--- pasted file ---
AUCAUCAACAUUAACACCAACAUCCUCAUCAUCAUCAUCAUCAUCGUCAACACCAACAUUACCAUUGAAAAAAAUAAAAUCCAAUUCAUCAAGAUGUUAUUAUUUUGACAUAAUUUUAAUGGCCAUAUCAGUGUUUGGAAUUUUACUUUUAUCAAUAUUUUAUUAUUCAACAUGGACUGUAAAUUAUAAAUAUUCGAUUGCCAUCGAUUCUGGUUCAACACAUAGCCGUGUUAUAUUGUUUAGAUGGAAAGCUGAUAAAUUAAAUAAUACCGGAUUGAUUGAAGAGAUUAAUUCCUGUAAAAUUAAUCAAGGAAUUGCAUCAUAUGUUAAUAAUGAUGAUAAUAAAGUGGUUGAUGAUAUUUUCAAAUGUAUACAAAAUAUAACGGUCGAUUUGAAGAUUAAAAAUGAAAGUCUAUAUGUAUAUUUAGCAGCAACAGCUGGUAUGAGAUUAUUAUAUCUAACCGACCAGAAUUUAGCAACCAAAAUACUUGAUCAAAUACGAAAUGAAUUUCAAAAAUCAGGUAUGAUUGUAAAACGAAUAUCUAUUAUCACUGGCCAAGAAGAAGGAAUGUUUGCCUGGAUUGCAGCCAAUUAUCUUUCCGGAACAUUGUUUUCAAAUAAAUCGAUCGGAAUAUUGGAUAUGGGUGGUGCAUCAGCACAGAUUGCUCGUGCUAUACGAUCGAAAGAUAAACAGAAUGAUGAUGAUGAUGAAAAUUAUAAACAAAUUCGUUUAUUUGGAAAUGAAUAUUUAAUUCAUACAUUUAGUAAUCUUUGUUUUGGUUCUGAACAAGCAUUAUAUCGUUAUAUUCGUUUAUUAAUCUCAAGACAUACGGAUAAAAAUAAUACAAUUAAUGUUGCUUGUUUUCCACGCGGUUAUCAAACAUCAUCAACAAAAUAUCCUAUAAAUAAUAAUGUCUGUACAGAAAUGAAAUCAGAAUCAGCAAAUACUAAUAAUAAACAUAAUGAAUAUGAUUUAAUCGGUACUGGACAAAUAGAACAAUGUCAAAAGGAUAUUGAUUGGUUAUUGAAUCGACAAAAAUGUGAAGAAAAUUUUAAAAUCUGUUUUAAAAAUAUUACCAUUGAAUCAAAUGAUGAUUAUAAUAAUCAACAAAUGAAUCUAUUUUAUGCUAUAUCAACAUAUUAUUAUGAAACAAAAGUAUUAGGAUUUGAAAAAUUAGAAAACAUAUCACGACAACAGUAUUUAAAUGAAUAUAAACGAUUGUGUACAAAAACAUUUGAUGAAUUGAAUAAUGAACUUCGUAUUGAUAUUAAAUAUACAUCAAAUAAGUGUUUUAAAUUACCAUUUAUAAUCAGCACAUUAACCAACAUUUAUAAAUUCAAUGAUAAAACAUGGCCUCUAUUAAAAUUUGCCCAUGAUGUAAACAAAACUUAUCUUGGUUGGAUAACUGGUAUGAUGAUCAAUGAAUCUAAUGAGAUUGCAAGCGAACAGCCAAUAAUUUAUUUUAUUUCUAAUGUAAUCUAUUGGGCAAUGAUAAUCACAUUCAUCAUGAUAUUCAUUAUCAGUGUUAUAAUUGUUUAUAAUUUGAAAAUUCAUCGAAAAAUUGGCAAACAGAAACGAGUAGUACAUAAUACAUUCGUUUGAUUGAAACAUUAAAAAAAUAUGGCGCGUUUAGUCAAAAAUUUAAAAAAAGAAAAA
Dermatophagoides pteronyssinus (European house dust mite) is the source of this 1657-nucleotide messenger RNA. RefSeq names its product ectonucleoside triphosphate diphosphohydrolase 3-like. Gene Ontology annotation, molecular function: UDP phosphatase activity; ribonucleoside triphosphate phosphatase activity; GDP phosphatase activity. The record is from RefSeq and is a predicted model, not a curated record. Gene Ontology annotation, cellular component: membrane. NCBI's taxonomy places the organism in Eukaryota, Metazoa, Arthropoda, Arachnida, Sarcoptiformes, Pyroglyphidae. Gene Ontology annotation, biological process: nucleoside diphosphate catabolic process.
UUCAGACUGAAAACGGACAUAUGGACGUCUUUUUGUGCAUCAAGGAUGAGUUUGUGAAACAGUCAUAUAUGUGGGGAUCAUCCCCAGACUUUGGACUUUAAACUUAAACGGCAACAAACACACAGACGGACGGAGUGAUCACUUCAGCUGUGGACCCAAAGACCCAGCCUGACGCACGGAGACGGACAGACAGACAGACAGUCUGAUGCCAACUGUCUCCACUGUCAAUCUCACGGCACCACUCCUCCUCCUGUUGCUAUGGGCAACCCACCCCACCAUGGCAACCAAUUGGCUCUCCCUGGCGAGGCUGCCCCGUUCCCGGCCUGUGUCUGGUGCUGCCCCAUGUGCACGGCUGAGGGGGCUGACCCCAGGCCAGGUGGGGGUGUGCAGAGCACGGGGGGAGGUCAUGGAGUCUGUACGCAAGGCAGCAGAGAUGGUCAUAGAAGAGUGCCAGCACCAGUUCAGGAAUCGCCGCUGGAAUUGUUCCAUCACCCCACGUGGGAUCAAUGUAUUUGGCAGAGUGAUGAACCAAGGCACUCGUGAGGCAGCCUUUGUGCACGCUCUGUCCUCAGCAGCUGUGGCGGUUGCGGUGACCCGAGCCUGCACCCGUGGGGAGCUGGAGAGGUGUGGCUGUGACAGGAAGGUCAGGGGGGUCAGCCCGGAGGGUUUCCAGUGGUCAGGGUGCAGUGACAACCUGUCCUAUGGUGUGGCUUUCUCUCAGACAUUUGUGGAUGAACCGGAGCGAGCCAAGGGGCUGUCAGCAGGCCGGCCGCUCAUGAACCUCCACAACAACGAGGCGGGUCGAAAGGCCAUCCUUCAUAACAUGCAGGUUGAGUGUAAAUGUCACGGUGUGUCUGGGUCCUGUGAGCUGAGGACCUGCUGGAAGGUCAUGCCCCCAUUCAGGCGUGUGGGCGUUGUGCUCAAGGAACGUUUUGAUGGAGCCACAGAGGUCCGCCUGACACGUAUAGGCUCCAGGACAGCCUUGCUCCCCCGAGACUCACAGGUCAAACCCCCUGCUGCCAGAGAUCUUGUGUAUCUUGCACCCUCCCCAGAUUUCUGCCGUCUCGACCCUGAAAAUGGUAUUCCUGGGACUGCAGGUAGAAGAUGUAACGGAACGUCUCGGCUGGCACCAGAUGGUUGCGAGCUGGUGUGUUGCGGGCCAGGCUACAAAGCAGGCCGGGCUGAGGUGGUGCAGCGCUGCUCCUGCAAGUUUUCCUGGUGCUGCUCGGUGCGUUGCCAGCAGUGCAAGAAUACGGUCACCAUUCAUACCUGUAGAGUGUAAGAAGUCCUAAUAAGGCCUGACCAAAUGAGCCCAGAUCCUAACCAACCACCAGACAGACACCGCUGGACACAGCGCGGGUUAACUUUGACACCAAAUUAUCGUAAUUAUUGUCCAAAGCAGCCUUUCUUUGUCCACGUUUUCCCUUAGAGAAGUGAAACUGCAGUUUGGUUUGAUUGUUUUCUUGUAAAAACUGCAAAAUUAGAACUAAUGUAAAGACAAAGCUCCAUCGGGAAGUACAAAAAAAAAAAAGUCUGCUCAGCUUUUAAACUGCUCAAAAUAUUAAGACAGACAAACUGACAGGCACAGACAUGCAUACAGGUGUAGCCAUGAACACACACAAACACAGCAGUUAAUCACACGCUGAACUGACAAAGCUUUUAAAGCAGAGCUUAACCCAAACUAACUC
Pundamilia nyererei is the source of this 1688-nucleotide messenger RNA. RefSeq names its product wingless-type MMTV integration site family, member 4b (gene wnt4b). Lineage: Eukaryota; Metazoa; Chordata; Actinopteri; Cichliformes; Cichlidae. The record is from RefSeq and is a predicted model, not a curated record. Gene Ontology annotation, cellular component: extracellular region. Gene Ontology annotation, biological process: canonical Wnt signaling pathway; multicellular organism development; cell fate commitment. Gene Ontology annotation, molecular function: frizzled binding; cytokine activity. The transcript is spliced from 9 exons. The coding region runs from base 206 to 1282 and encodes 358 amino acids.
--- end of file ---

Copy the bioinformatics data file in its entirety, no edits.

AUCAUCAACAUUAACACCAACAUCCUCAUCAUCAUCAUCAUCAUCGUCAACACCAACAUUACCAUUGAAAAAAAUAAAAUCCAAUUCAUCAAGAUGUUAUUAUUUUGACAUAAUUUUAAUGGCCAUAUCAGUGUUUGGAAUUUUACUUUUAUCAAUAUUUUAUUAUUCAACAUGGACUGUAAAUUAUAAAUAUUCGAUUGCCAUCGAUUCUGGUUCAACACAUAGCCGUGUUAUAUUGUUUAGAUGGAAAGCUGAUAAAUUAAAUAAUACCGGAUUGAUUGAAGAGAUUAAUUCCUGUAAAAUUAAUCAAGGAAUUGCAUCAUAUGUUAAUAAUGAUGAUAAUAAAGUGGUUGAUGAUAUUUUCAAAUGUAUACAAAAUAUAACGGUCGAUUUGAAGAUUAAAAAUGAAAGUCUAUAUGUAUAUUUAGCAGCAACAGCUGGUAUGAGAUUAUUAUAUCUAACCGACCAGAAUUUAGCAACCAAAAUACUUGAUCAAAUACGAAAUGAAUUUCAAAAAUCAGGUAUGAUUGUAAAACGAAUAUCUAUUAUCACUGGCCAAGAAGAAGGAAUGUUUGCCUGGAUUGCAGCCAAUUAUCUUUCCGGAACAUUGUUUUCAAAUAAAUCGAUCGGAAUAUUGGAUAUGGGUGGUGCAUCAGCACAGAUUGCUCGUGCUAUACGAUCGAAAGAUAAACAGAAUGAUGAUGAUGAUGAAAAUUAUAAACAAAUUCGUUUAUUUGGAAAUGAAUAUUUAAUUCAUACAUUUAGUAAUCUUUGUUUUGGUUCUGAACAAGCAUUAUAUCGUUAUAUUCGUUUAUUAAUCUCAAGACAUACGGAUAAAAAUAAUACAAUUAAUGUUGCUUGUUUUCCACGCGGUUAUCAAACAUCAUCAACAAAAUAUCCUAUAAAUAAUAAUGUCUGUACAGAAAUGAAAUCAGAAUCAGCAAAUACUAAUAAUAAACAUAAUGAAUAUGAUUUAAUCGGUACUGGACAAAUAGAACAAUGUCAAAAGGAUAUUGAUUGGUUAUUGAAUCGACAAAAAUGUGAAGAAAAUUUUAAAAUCUGUUUUAAAAAUAUUACCAUUGAAUCAAAUGAUGAUUAUAAUAAUCAACAAAUGAAUCUAUUUUAUGCUAUAUCAACAUAUUAUUAUGAAACAAAAGUAUUAGGAUUUGAAAAAUUAGAAAACAUAUCACGACAACAGUAUUUAAAUGAAUAUAAACGAUUGUGUACAAAAACAUUUGAUGAAUUGAAUAAUGAACUUCGUAUUGAUAUUAAAUAUACAUCAAAUAAGUGUUUUAAAUUACCAUUUAUAAUCAGCACAUUAACCAACAUUUAUAAAUUCAAUGAUAAAACAUGGCCUCUAUUAAAAUUUGCCCAUGAUGUAAACAAAACUUAUCUUGGUUGGAUAACUGGUAUGAUGAUCAAUGAAUCUAAUGAGAUUGCAAGCGAACAGCCAAUAAUUUAUUUUAUUUCUAAUGUAAUCUAUUGGGCAAUGAUAAUCACAUUCAUCAUGAUAUUCAUUAUCAGUGUUAUAAUUGUUUAUAAUUUGAAAAUUCAUCGAAAAAUUGGCAAACAGAAACGAGUAGUACAUAAUACAUUCGUUUGAUUGAAACAUUAAAAAAAUAUGGCGCGUUUAGUCAAAAAUUUAAAAAAAGAAAAA
Dermatophagoides pteronyssinus (European house dust mite) is the source of this 1657-nucleotide messenger RNA. RefSeq names its product ectonucleoside triphosphate diphosphohydrolase 3-like. Gene Ontology annotation, molecular function: UDP phosphatase activity; ribonucleoside triphosphate phosphatase activity; GDP phosphatase activity. The record is from RefSeq and is a predicted model, not a curated record. Gene Ontology annotation, cellular component: membrane. NCBI's taxonomy places the organism in Eukaryota, Metazoa, Arthropoda, Arachnida, Sarcoptiformes, Pyroglyphidae. Gene Ontology annotation, biological process: nucleoside diphosphate catabolic process.
UUCAGACUGAAAACGGACAUAUGGACGUCUUUUUGUGCAUCAAGGAUGAGUUUGUGAAACAGUCAUAUAUGUGGGGAUCAUCCCCAGACUUUGGACUUUAAACUUAAACGGCAACAAACACACAGACGGACGGAGUGAUCACUUCAGCUGUGGACCCAAAGACCCAGCCUGACGCACGGAGACGGACAGACAGACAGACAGUCUGAUGCCAACUGUCUCCACUGUCAAUCUCACGGCACCACUCCUCCUCCUGUUGCUAUGGGCAACCCACCCCACCAUGGCAACCAAUUGGCUCUCCCUGGCGAGGCUGCCCCGUUCCCGGCCUGUGUCUGGUGCUGCCCCAUGUGCACGGCUGAGGGGGCUGACCCCAGGCCAGGUGGGGGUGUGCAGAGCACGGGGGGAGGUCAUGGAGUCUGUACGCAAGGCAGCAGAGAUGGUCAUAGAAGAGUGCCAGCACCAGUUCAGGAAUCGCCGCUGGAAUUGUUCCAUCACCCCACGUGGGAUCAAUGUAUUUGGCAGAGUGAUGAACCAAGGCACUCGUGAGGCAGCCUUUGUGCACGCUCUGUCCUCAGCAGCUGUGGCGGUUGCGGUGACCCGAGCCUGCACCCGUGGGGAGCUGGAGAGGUGUGGCUGUGACAGGAAGGUCAGGGGGGUCAGCCCGGAGGGUUUCCAGUGGUCAGGGUGCAGUGACAACCUGUCCUAUGGUGUGGCUUUCUCUCAGACAUUUGUGGAUGAACCGGAGCGAGCCAAGGGGCUGUCAGCAGGCCGGCCGCUCAUGAACCUCCACAACAACGAGGCGGGUCGAAAGGCCAUCCUUCAUAACAUGCAGGUUGAGUGUAAAUGUCACGGUGUGUCUGGGUCCUGUGAGCUGAGGACCUGCUGGAAGGUCAUGCCCCCAUUCAGGCGUGUGGGCGUUGUGCUCAAGGAACGUUUUGAUGGAGCCACAGAGGUCCGCCUGACACGUAUAGGCUCCAGGACAGCCUUGCUCCCCCGAGACUCACAGGUCAAACCCCCUGCUGCCAGAGAUCUUGUGUAUCUUGCACCCUCCCCAGAUUUCUGCCGUCUCGACCCUGAAAAUGGUAUUCCUGGGACUGCAGGUAGAAGAUGUAACGGAACGUCUCGGCUGGCACCAGAUGGUUGCGAGCUGGUGUGUUGCGGGCCAGGCUACAAAGCAGGCCGGGCUGAGGUGGUGCAGCGCUGCUCCUGCAAGUUUUCCUGGUGCUGCUCGGUGCGUUGCCAGCAGUGCAAGAAUACGGUCACCAUUCAUACCUGUAGAGUGUAAGAAGUCCUAAUAAGGCCUGACCAAAUGAGCCCAGAUCCUAACCAACCACCAGACAGACACCGCUGGACACAGCGCGGGUUAACUUUGACACCAAAUUAUCGUAAUUAUUGUCCAAAGCAGCCUUUCUUUGUCCACGUUUUCCCUUAGAGAAGUGAAACUGCAGUUUGGUUUGAUUGUUUUCUUGUAAAAACUGCAAAAUUAGAACUAAUGUAAAGACAAAGCUCCAUCGGGAAGUACAAAAAAAAAAAAGUCUGCUCAGCUUUUAAACUGCUCAAAAUAUUAAGACAGACAAACUGACAGGCACAGACAUGCAUACAGGUGUAGCCAUGAACACACACAAACACAGCAGUUAAUCACACGCUGAACUGACAAAGCUUUUAAAGCAGAGCUUAACCCAAACUAACUC
Pundamilia nyererei is the source of this 1688-nucleotide messenger RNA. RefSeq names its product wingless-type MMTV integration site family, member 4b (gene wnt4b). Lineage: Eukaryota; Metazoa; Chordata; Actinopteri; Cichliformes; Cichlidae. The record is from RefSeq and is a predicted model, not a curated record. Gene Ontology annotation, cellular component: extracellular region. Gene Ontology annotation, biological process: canonical Wnt signaling pathway; multicellular organism development; cell fate commitment. Gene Ontology annotation, molecular function: frizzled binding; cytokine activity. The transcript is spliced from 9 exons. The coding region runs from base 206 to 1282 and encodes 358 amino acids.